I did bookkeeping. I emptied and filled the dishwasher. I cleaned the fridge.

All the noise forced my wife out of bed.

“You’re going to drive me insane now, aren’t you?” she sighed.

I cooked breakfast as an effort to apologize. Then I decided to do about a dozen other things, and here I sit on Sunday evening still whacking away at things.

I’m just not good with free time…

* * *


Monday, November 7, 2011

Fringeville Edition #41, November 07 2011

Is the moral compass broken in Happy Valley?

Increasingly, it appears so.

If the allegations are proven, a number of people could have/should have:

1)     Directly intervened to stop children from being sexually abused
2)     Picked up the phone to call the police
3)     Gone all the way to the Governor (and to the media) if their superiors in law enforcement or government refused to act

And the person with the most moral authority fulfilled his legal obligations and went no further.

I’ve turned this around in my head a dozen different ways. Joe Paterno may have done what was required by reporting an incident to his boss. But he was uniquely positioned to do so much more. He fell short. It is one of humanity’s recurrent themes: Our heroes often fail us. But few fail us as spectacularly as this.

JoePa is done.

In a matter of days, a lifetime of achievement and the reputation of a major university have been lost. It is modern Greek tragedy, with Paterno and Penn State undone by what would have seemed inconceivable just days ago: a broken moral compass.

* * *


Saturday, November 5, 2011

Fringeville Edition #40, November 05 2011

The LuLac blog ran a post today in which the Yonk blistered the GOP for “Greed Over People.”

The trigger for the post was the Democratic-controlled Senate’s inability to pass the infrastructure bill on Thursday night. The sticky point was a .7% tax increase on those who earn over a million dollars a year.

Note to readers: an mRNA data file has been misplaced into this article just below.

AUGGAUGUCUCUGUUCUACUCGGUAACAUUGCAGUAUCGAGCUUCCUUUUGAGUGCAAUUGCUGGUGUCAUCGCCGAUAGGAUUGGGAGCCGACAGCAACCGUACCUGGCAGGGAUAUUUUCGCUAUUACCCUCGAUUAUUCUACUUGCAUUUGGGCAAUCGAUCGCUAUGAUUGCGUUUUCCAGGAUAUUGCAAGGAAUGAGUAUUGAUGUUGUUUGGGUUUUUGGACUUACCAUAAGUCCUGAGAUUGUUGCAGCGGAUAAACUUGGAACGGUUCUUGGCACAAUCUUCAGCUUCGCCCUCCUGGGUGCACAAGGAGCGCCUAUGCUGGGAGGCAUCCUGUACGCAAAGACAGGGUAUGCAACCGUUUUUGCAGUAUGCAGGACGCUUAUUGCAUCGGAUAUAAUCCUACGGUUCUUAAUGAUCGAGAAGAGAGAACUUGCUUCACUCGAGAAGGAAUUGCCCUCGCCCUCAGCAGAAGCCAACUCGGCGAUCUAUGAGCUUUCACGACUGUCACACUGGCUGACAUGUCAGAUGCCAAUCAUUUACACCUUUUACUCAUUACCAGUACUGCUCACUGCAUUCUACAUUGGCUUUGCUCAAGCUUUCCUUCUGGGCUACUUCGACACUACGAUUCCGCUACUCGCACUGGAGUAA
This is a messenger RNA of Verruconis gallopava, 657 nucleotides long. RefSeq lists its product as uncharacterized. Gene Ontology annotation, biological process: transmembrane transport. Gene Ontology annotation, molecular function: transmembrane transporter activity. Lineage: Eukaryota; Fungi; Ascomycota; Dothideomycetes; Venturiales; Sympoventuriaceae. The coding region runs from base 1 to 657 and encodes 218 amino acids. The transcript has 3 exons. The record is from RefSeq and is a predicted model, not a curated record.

The bill failed, of course.

In fact, I believe it was designed to fail.


Because it is not "Greed Over People" we saw the other night. It's plain old "Politics over People."

In this case, Senator Reid & Co. had to know this bill would not pass (even though their party controls the Senate). It didn’t matter. They were playing politics and trying to score points against Republicans.

You see, it’s the game that matters in D.C. folks, and both parties are playing it. They find the third rail for the other side, include it in legislation, and blame the other party for not caring about working Americans when it crashes and burns.

It is an absolutely bass-ackwards way of doing things. It is politics first, people second. It's getting worse, and nothing is being accomplished.

Who benefits from all this bluster and posturing?

Certainly not mainstream America.

As to the "big two," America is changing right under their noses and their national leadership seems largely oblivious to it. Or, worse, they just don't care. After all, there are points to be scored in a game where political power wins and the American people lose.

How does that Bob Marley song go?

...Every day the bucket goes to the well...
But one day the bottom will drop out..."

* * *